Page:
Rhode Island politicians like to give lip service to making the state a hub for technology companies, but they seem to think that means encouraging interactions between groups that can only survive with government subsidies, mainly because of (and by means of) government’s imposition of high barriers to entry and costs of doing business. The secret to generating new industries in Rhode Island is to lower costs so all variety of businesses can afford experiment (without government approval, as expressed through the subsidies) and reduce restrictions on what they’re permitted to do.
RI Center for Freedom & Prosperity CEO Mike Stenhouse and Taxpayer Protection Alliance Senior Scholar Drew Johnson highlight a great example in today’s Providence Journal:
Fortunately, the free market recently developed a way to bypass the optometrists’ office. New technology — known as “ocular telemedicine” — allows consumers to accurately measure their prescription strength on a smartphone or computer screen from the comfort of their own homes. A board-certified ophthalmologist then emails a vision prescription based on the results.
Patients can then use that e-prescription to purchase lenses or glasses wherever they choose, typically at much lower prices. With this technology, healthy adults only need to visit a brick-and-mortar eye doctor once every two years for a full eye health exam (as recommended by the American Optometric Association) instead of every time a lens refill is needed.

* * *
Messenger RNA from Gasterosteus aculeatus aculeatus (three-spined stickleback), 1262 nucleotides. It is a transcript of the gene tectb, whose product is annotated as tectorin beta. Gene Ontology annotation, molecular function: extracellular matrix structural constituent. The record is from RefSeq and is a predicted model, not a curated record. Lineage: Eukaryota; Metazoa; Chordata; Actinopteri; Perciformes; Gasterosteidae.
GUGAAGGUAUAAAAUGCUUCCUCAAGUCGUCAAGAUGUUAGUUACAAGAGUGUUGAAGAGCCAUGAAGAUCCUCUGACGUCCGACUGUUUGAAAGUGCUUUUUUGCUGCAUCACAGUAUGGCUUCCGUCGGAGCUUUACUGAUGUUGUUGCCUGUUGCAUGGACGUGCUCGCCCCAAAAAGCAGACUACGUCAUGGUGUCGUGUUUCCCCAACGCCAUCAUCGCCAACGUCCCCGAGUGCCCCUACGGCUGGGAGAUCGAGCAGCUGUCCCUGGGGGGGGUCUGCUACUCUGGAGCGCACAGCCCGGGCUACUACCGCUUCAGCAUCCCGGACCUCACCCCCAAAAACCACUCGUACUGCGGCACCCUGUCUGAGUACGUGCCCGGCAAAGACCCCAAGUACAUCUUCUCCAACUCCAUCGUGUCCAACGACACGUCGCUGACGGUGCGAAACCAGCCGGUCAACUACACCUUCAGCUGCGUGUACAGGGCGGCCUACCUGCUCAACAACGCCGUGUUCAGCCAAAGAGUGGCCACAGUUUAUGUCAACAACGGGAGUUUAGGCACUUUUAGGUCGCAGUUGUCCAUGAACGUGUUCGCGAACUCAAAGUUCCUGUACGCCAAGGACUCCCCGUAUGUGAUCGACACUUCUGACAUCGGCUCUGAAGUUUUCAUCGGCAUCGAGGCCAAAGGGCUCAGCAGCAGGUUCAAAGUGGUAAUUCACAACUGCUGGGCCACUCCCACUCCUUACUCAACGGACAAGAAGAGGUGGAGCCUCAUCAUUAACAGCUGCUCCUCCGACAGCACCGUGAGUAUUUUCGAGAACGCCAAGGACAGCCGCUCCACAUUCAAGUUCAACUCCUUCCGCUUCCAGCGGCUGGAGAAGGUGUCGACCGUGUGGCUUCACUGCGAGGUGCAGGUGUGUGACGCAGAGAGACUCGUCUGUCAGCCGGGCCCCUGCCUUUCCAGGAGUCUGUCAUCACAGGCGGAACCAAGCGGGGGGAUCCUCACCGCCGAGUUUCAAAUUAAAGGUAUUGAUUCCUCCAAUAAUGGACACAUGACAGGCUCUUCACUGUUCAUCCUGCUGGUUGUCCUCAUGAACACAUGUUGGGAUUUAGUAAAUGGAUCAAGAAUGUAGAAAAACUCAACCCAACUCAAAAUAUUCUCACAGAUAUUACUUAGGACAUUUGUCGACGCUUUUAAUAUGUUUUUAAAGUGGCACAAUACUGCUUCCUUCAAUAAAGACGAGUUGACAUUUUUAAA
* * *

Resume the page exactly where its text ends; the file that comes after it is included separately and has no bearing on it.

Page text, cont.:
Naturally, entrenched interests have pushed for legislation to halt (or at least slow down) such innovations, and of course, some Rhode Island legislators are answering the call… no doubt with entirely selfless reasons. It’s funny how protecting people from themselves so often seems to profit somebody else, at least when it comes to regulations.
Can we stop that sort of behavior, please? Why not just let people figure out how to provide other people what they want?